Around July, Rogue Magazine asked if I wanted to do a piece on the Bataan Nuclear Power Plant. Who doesn’t want to go snooping around the country’s only nuclear plant? And it’s been sleeping for half a century too. You know that’s right up my alley.
A copy of the article is floating around somewhere on the internet, but the Rogue website is down and due to be relaunched in October. It might resurface again. Pretty proud of that story. Central feature and all.
If the plant were in operation, this would have been the only entry and exit point for all workers and visitors. These walkways would have measured one’s radioactivity when going in and out of the plant. X-ray machines on hand to make sure workers don’t try to sneak equipment and materials home.
Check it, an ancient bio-metrics device, circa 80’s.
These days, the plant is more a museum. They hold educational tours there for students and foreign visitors who want to understand how a nuclear plant works. If I remember correctly, there was a surge in Japanese visitors right after the Fukushima Diachi nuclear disaster as Japanese citizens wanted to know how it could have happened. They weren’t allowed inside their operational power plants for obvious safety reasons, so they had to come here to check out our dead plant and learn how nuclear power works.
This really cool entryway that separates the nuclear reactor from the rest of the plant. It’s got submarine sealing tech, I think.
The nuclear reactor, the still heart of this monster. It’s only been operational once, during a dry run, before Marcos suspended operations in light of the Three Mile Island nuclear disaster in the US. The plant never got another chance and all plans for it have been shelved when People Power overthrew the dictator.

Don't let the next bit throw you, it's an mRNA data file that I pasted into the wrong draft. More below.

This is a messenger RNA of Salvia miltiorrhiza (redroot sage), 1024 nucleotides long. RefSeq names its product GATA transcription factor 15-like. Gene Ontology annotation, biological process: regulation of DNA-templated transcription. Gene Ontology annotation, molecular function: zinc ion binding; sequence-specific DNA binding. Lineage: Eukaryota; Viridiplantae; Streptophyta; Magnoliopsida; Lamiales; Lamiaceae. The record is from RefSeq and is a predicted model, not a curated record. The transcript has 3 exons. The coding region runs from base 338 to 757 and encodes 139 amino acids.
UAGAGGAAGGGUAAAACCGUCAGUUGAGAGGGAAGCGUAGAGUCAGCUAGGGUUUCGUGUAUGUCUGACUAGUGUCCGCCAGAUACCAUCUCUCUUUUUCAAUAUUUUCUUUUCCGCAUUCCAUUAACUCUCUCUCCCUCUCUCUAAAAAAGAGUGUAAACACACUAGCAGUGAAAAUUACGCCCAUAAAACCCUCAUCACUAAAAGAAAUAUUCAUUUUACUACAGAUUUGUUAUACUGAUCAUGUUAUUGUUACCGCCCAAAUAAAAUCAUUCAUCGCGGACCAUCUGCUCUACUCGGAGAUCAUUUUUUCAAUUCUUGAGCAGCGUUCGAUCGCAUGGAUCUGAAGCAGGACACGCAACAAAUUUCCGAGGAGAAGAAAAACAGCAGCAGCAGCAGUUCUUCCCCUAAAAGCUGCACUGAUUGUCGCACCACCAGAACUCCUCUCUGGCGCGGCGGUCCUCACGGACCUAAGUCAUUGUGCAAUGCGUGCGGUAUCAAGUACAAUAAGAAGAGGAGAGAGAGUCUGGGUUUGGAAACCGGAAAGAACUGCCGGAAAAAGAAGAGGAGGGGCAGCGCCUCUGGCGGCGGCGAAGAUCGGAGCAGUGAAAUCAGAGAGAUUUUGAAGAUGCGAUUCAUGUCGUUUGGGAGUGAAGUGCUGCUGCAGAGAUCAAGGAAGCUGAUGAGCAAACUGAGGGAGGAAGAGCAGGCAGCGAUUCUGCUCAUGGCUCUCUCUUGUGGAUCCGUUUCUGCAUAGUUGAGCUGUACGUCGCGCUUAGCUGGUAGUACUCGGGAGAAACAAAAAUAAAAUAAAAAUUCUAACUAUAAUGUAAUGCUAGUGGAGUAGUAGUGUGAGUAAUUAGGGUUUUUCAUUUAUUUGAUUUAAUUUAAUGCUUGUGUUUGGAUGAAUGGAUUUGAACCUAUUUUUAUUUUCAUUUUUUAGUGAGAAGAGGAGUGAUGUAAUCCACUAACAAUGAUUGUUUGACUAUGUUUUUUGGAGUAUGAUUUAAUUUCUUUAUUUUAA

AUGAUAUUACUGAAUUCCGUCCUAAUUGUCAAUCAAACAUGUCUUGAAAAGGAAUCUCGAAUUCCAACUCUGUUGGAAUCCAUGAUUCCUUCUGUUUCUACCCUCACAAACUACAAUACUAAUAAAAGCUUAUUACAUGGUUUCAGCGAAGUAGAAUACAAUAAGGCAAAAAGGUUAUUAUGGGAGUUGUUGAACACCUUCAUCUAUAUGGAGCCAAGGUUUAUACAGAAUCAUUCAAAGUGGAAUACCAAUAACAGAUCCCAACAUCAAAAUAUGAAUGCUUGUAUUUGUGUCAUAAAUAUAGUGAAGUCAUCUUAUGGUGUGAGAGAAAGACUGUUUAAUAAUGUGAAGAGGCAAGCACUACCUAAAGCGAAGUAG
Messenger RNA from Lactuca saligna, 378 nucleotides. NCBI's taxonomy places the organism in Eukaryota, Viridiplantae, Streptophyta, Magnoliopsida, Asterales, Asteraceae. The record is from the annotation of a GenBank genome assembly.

Some blueprints looking like ghosts.
The control room, outfitted with absolute retro technology. Granted, all this was state of the art when the plant was built. The National Power Corporation guide we had said that current, modern power plants around the world usually just have a three-to-four computer set up. Needless to say, all this tech is now obsolete.
All equipment and manuals have been checked and tagged for preservation.
This phone was said to be a direct line to Malacanang, in case of nuclear emergency. It’s been disabled now.
Finally, a nuclear power plant control room mirror selfie, because when else could you ever get one? Peep my Tintin shirt. f you’re ever asked to check out abandoned nuke plants to write a story, you’se gotta dress appropriately.